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|Title:||Calcium in shell, seed coat, and seed in relation to resistance of peanut genotypes to Aspergillus flavus infection|
Keith T. Ingram
Keith T. Ingram
|Keywords:||Biochemistry, Genetics and Molecular Biology;Chemistry;Materials Science;Mathematics;Physics and Astronomy|
|Abstract:||Infection of peanut (Arachis hypogaea L.) by Aspergillus flavus and subsequent aflatoxin contamination is a serious health and economic concern worldwide. Considering the role of calcium (Ca) in cell wall development, it has been shown to be associated with reduced A. flavus infection. In order to examine the influence of Ca content in shell (also called pod wall or hull), seed coat, and seed in relation to resistance to A. flavus infection, a pot experiment was conducted in a greenhouse of the Faculty of Agriculture, Chiang Mai University, Thailand during May-September, 2006, using three peanut genotypes: 419CC, drought and aflatoxin susceptible; 511CC, drought and aflatoxin resistant; and Tainan 9, a commercial variety in Thailand. Results showed that an increase in the concentration of Ca in the nutrient solution increased in the amount of Ca in shell, seed coat, and seed, and that higher Ca content was reduced the incidence of shell and seed infection by A. flavus for all three peanut genotypes. Genotype 511CC had the highest Ca content in shell (0.35 g/100 g), seed coat (0.37 g/100 g) and seed (0.40 g/100 g) and had the lowest incidence of A. flavus infection in shell (8.1%) and seed (2.2%) as compared to genotype 419CC, which had the lowest Ca content in shell (0.21 g/100 g), seed coat (0.18 g/100 g), and seed (0.20 g/100 g) and had the highest infection of shell (36.3%) and seed (13.3%). No seed infection was found in genotype 511CC under a high concentration of Ca (2500 ppm). From these results, it could be suggested that Ca content in peanut shell, seed coat, and seed might be applied as a criterion in selection for resistance to A. flavus infection. It was also found that genotype 511CC supported the lowest levels of A. flavus infection which suggested that this genotype might be a potential source of resistance that could be used to incorporate aflatoxin resistance into commercial peanut hybrids.|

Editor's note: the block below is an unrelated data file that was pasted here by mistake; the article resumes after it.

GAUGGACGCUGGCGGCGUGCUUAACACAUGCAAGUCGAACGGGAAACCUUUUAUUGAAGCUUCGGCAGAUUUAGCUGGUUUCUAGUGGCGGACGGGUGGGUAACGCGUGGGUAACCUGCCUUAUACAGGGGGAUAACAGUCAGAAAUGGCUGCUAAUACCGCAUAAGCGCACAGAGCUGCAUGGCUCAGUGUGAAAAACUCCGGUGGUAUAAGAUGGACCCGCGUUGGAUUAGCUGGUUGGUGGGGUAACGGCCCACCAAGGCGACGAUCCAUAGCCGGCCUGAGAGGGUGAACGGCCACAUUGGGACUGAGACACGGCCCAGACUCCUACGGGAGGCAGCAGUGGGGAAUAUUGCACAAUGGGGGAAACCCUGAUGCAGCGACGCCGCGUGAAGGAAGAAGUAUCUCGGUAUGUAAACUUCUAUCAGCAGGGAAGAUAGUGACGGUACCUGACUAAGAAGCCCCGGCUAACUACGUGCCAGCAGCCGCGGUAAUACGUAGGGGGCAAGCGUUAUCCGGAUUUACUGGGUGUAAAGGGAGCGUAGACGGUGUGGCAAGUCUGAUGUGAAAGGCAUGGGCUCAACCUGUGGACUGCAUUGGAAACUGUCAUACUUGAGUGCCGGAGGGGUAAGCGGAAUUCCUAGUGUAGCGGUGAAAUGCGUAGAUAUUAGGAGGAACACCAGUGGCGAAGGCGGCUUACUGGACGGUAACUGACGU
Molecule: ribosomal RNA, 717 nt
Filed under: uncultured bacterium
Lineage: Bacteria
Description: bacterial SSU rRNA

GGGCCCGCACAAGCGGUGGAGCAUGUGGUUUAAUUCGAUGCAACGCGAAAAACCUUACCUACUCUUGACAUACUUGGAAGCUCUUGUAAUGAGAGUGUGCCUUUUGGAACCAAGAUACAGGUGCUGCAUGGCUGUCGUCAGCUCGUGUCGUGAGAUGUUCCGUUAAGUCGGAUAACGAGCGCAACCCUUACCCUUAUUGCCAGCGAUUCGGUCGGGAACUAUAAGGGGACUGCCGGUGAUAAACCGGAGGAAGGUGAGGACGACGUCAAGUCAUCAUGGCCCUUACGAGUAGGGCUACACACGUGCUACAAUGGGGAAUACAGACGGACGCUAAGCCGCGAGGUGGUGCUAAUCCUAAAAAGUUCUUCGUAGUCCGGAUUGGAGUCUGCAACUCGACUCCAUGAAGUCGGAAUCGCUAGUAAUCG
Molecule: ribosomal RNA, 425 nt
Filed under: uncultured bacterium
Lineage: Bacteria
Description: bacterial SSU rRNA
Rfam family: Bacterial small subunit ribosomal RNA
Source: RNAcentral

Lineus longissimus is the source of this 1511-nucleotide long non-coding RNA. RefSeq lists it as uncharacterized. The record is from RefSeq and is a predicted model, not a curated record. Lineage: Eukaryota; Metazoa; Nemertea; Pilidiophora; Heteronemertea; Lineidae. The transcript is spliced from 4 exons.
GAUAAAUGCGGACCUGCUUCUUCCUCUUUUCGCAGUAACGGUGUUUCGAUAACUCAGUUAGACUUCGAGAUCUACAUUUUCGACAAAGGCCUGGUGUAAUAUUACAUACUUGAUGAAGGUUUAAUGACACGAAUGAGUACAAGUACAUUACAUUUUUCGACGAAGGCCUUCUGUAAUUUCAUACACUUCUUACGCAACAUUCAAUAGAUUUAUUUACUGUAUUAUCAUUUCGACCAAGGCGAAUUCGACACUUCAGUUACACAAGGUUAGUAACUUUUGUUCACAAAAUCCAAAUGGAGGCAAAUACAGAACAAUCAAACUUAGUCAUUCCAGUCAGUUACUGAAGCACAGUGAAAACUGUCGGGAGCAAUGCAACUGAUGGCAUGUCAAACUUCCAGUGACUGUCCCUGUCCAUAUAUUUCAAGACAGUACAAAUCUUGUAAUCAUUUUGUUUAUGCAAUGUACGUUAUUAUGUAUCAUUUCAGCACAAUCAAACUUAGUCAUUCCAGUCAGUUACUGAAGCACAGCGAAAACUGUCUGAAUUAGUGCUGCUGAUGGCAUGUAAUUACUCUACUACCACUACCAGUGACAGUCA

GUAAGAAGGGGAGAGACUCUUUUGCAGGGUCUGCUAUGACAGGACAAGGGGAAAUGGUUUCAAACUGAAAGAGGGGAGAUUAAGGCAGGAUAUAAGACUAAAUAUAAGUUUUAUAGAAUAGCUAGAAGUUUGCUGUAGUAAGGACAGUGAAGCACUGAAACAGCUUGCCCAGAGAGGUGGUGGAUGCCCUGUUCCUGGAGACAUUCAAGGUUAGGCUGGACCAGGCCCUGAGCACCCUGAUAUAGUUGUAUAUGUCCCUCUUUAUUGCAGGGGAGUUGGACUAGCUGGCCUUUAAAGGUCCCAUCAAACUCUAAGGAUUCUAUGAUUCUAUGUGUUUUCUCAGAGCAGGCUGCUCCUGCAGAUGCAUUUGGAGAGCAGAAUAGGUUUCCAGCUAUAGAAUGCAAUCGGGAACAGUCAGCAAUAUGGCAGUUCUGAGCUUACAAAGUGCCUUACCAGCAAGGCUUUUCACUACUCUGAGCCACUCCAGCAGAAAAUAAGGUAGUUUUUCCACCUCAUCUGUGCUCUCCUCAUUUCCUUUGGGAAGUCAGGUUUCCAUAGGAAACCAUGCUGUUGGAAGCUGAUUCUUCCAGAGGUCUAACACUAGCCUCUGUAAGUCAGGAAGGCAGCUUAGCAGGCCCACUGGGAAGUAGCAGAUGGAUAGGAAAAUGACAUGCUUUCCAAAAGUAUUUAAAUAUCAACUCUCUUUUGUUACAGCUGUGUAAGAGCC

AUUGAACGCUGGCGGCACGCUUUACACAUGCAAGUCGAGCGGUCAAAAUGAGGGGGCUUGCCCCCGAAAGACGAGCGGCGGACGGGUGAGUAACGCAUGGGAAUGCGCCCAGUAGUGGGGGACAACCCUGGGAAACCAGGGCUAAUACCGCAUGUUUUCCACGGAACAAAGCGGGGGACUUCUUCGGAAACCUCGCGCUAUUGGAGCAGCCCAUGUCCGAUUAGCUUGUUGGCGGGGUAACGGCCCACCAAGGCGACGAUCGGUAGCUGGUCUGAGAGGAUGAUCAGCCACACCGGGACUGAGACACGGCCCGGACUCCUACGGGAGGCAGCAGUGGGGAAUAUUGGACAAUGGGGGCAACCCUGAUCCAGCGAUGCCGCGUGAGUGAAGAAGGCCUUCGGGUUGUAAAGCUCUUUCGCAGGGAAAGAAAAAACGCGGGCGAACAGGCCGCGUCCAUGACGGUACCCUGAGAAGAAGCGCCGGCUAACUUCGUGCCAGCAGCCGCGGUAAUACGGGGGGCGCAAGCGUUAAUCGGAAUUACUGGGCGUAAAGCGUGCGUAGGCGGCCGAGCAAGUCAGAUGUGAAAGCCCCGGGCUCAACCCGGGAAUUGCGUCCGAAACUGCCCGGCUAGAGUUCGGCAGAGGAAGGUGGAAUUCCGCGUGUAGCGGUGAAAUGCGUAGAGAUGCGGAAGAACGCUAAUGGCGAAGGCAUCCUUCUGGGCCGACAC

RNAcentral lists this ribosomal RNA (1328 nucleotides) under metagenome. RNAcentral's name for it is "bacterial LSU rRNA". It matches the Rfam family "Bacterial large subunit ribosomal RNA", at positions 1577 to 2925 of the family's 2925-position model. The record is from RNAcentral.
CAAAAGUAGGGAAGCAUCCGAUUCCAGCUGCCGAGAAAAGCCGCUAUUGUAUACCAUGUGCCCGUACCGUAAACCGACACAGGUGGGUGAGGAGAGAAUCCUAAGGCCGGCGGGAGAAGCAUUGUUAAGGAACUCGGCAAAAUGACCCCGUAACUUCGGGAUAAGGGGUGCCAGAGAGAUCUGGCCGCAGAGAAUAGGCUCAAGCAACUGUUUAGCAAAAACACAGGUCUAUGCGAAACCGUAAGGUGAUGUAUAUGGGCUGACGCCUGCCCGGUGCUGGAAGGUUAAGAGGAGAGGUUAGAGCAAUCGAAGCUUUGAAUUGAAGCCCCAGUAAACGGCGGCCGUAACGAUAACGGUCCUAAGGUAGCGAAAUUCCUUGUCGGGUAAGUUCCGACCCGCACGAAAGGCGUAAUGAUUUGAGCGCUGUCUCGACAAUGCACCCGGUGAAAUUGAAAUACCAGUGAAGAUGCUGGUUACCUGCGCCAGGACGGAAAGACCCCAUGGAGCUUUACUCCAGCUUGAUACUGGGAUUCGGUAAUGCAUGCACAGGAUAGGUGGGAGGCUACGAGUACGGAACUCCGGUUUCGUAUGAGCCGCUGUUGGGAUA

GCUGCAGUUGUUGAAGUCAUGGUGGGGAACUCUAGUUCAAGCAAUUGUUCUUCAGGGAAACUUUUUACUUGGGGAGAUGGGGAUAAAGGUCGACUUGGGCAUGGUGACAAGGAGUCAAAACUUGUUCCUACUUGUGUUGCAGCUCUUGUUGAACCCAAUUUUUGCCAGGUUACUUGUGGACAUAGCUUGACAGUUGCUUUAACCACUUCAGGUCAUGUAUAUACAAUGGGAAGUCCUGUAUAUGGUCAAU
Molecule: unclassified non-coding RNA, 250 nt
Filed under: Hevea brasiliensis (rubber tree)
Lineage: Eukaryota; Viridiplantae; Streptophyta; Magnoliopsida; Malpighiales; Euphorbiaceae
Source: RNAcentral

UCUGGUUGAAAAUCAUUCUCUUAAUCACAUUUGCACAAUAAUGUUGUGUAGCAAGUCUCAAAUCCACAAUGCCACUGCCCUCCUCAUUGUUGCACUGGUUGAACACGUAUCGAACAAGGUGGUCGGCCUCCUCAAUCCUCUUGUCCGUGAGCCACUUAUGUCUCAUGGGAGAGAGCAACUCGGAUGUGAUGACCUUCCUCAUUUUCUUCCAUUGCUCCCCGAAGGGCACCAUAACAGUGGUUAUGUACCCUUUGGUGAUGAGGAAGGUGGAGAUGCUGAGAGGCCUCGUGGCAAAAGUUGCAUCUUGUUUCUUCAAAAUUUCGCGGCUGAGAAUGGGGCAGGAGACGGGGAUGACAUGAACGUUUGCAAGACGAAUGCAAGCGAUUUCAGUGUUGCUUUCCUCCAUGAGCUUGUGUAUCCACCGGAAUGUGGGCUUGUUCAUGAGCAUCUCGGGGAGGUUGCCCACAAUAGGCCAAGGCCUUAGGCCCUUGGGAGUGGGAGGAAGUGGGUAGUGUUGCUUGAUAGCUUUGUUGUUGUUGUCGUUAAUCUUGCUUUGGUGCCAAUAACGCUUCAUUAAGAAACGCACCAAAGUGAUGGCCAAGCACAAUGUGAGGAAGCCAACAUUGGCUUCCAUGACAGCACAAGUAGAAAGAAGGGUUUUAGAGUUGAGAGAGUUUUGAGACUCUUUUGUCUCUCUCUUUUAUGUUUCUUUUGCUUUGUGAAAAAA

|Appears in Collections:||CMUL: Journal Articles|
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